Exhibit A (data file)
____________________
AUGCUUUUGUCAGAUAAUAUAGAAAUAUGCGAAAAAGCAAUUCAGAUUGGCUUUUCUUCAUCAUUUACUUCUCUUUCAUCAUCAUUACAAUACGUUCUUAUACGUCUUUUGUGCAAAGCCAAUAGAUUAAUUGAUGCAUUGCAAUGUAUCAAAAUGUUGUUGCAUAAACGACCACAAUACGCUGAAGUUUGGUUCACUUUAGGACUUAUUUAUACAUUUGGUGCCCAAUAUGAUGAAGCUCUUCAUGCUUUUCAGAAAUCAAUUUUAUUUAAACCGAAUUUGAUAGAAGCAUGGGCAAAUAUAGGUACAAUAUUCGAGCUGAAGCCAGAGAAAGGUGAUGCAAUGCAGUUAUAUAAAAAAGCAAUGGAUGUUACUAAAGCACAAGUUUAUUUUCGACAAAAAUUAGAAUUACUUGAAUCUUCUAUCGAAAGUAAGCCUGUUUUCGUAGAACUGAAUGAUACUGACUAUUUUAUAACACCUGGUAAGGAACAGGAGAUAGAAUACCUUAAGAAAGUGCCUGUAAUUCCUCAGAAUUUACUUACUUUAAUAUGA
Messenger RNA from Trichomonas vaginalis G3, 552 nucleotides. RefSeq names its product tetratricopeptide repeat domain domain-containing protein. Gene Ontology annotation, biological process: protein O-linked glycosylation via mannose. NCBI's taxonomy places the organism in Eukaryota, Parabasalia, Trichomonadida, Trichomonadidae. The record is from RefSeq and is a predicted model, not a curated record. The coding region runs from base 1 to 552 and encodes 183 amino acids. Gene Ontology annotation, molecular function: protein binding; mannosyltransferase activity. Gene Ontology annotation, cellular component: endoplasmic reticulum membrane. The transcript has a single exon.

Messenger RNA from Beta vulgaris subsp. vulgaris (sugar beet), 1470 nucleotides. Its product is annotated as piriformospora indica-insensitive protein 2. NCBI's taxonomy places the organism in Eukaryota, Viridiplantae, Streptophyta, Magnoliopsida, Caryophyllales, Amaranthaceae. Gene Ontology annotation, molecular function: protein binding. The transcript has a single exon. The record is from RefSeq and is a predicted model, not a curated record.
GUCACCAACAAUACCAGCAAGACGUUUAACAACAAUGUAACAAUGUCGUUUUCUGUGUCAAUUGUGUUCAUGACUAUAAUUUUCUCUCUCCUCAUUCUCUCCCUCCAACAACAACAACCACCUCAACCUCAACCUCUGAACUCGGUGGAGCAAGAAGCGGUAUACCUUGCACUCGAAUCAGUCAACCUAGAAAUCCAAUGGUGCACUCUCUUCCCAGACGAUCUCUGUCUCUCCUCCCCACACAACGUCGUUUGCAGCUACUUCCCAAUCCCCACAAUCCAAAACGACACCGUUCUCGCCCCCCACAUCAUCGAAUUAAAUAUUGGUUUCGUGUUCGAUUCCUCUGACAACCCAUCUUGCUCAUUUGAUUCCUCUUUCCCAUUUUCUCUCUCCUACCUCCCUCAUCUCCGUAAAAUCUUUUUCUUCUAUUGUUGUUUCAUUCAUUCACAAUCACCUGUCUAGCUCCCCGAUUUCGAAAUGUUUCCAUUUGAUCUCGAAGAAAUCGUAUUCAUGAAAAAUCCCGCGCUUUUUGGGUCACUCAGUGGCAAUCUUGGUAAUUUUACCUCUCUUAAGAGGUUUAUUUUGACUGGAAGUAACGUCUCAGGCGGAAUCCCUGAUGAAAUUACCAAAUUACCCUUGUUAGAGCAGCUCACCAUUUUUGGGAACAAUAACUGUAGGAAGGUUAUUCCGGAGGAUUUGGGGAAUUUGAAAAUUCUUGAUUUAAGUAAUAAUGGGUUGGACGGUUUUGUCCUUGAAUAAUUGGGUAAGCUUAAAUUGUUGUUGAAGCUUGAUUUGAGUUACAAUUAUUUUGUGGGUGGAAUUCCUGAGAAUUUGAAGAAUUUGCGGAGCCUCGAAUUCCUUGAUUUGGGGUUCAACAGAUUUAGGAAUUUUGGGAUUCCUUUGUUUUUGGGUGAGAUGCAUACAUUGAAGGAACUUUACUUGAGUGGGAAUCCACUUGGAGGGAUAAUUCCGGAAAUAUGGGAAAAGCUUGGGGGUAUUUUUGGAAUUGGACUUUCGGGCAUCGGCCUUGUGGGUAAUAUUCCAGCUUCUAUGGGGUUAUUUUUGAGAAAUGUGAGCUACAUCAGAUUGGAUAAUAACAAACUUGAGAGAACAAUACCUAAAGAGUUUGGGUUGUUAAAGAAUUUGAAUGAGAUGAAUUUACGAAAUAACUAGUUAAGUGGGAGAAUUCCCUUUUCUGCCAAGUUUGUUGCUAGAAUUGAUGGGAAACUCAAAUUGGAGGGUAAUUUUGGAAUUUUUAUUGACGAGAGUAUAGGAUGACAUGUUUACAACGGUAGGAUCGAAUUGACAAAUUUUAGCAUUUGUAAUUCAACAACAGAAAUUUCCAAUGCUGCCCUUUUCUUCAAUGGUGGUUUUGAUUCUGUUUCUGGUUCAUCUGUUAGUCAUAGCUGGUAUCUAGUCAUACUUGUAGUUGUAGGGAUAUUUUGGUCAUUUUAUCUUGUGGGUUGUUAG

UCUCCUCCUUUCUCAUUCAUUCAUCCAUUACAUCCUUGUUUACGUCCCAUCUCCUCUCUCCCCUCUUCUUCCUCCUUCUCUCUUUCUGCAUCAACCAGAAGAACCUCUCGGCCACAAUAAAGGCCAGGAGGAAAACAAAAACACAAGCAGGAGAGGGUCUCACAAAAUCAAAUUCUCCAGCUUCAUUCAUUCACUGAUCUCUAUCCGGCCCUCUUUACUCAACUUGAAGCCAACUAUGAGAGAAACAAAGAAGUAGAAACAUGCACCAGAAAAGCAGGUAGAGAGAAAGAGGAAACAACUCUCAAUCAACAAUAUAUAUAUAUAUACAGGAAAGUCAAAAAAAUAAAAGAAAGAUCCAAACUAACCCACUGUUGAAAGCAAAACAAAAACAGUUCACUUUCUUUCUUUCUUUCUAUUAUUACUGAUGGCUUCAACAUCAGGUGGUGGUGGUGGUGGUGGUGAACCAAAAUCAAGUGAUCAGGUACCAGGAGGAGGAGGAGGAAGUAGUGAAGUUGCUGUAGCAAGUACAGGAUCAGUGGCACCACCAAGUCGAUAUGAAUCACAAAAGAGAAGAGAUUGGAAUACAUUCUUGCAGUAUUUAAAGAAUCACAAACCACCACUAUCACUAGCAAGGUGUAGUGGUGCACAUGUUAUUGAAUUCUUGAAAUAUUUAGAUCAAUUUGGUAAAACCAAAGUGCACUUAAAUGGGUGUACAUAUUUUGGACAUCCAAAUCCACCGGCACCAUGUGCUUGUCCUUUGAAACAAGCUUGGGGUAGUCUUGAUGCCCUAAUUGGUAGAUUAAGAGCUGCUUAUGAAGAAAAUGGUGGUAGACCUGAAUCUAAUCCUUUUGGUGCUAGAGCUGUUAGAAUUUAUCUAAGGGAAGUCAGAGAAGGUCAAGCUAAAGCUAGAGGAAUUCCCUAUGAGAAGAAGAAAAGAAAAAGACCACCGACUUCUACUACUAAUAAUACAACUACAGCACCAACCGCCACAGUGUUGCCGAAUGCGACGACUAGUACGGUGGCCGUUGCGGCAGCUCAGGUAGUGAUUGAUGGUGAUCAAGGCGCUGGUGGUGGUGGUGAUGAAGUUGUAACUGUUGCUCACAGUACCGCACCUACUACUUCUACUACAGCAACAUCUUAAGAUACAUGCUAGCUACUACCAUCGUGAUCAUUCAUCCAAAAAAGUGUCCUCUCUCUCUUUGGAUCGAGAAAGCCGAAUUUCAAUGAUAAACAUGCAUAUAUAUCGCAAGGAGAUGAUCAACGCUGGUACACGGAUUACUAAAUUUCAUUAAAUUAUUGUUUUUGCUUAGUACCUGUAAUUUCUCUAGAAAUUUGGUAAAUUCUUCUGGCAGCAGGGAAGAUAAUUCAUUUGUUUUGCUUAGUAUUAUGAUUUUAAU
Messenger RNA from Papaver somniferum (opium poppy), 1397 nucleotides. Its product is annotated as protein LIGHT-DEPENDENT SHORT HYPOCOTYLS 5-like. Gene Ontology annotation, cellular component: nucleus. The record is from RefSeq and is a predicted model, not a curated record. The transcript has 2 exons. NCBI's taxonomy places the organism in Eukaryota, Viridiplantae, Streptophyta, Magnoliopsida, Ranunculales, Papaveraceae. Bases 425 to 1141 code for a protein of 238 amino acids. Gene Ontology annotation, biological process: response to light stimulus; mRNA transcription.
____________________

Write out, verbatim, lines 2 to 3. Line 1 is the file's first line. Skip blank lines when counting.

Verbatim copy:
Messenger RNA from Trichomonas vaginalis G3, 552 nucleotides. RefSeq names its product tetratricopeptide repeat domain domain-containing protein. Gene Ontology annotation, biological process: protein O-linked glycosylation via mannose. NCBI's taxonomy places the organism in Eukaryota, Parabasalia, Trichomonadida, Trichomonadidae. The record is from RefSeq and is a predicted model, not a curated record. The coding region runs from base 1 to 552 and encodes 183 amino acids. Gene Ontology annotation, molecular function: protein binding; mannosyltransferase activity. Gene Ontology annotation, cellular component: endoplasmic reticulum membrane. The transcript has a single exon.

Messenger RNA from Beta vulgaris subsp. vulgaris (sugar beet), 1470 nucleotides. Its product is annotated as piriformospora indica-insensitive protein 2. NCBI's taxonomy places the organism in Eukaryota, Viridiplantae, Streptophyta, Magnoliopsida, Caryophyllales, Amaranthaceae. Gene Ontology annotation, molecular function: protein binding. The transcript has a single exon. The record is from RefSeq and is a predicted model, not a curated record.